In our study, both groups showed high differences for the chance of a 5-year DFS. For the decision making process, it could important to be aware of these differences. In a discrete choice experiment trial physicians and patients were asked to rate hypothetically how they weigh toxicity versus survival. In total, 200 patients and 226 answered: survival was most important to patients (33%), followed by side effects (29%) and response rate (25%). For oncologists, toxicity was most important (49%), followed by survival (34%) and response rate (12%) [13].

Attitudinal questions showed significant differences in three questions: Physicians seemed to be influenced negatively in a higher extent by physical symptoms than patients. They also disagreed more strongly with the idea that the cancer will come back after a bothering therapy instead of a relapse without this precedent burden of therapy. Physicians were also more strongly convinced that somebody would take care of them in case of a disease. These three questions showed that the physicians of our cohort rated differentially and therefore may be also in a different setting to value treatment outcomes and side effects.

Interestingly, a high proportion of up to 20.4% of physicians and to a lesser extent also patients appreciated even the situation of severe side effects, which also reflects the fact that some individuals are willing to accept even severe side effects. This is important to take into account in the decision making process. The question of concrete expectations toward a cancer treatment should be discussed thoroughly with the patient.

In our physician cohort, a high number of IFN prescriptions was weakly correlated with a lower minimum risk reduction for melanoma recurrence by IFN therapy with mild-to-moderate side effects. Obviously, physicians who prescribe IFN very often seem to appreciate already a smaller treatment benefit. Surprisingly, physicians' utilities did not differ by the proportion of their patients undergoing adjuvant IFN therapy who had severe side effects. Only scenario A was rated more positively by these physicians, we had assumed that physicians more familiar with the toxicity profile of IFN might be more negatively influenced and rate side effects worse than (naïve) patients. Thus, attitudes towards IFN side effects may be triggered more negatively by the fact of being affected themselves than by professional experience.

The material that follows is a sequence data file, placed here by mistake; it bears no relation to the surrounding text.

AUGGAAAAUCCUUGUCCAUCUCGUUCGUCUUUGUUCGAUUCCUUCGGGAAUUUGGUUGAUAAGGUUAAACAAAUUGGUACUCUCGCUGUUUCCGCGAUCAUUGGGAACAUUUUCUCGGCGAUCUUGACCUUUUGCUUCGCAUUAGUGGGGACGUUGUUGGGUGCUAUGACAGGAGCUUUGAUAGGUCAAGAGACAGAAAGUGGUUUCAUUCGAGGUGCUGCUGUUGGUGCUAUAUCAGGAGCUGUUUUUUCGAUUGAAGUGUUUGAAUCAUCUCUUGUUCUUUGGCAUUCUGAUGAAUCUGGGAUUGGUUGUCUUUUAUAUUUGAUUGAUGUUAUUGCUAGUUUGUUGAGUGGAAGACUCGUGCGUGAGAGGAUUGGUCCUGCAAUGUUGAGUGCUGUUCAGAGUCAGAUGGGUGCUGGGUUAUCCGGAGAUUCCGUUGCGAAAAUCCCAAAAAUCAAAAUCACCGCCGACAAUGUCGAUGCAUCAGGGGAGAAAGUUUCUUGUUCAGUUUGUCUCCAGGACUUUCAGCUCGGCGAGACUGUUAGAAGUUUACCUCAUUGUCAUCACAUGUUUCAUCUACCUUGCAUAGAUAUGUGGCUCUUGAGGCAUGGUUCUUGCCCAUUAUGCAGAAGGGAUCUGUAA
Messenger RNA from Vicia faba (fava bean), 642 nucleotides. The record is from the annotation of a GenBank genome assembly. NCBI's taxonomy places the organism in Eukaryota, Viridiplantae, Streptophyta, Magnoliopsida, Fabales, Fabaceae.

For a patient-based treatment decision, the individual willingness to accept treatment related toxicity should be evaluated. An inadequate decision making process, on the other hand, can be associated with worse patient-reported health outcomes, worse established quality indicators, and higher healthcare utilization [14].

In conclusion, our study demonstrated that it is important to take into account that different perspectives between patients and physicians are possible and should be regarded with caution.

PATIENTS AND METHODS

Ten German melanoma centers (9 university hospitals and one community hospital) who were experienced in treating melanoma patients contributed to this non-interventional trial.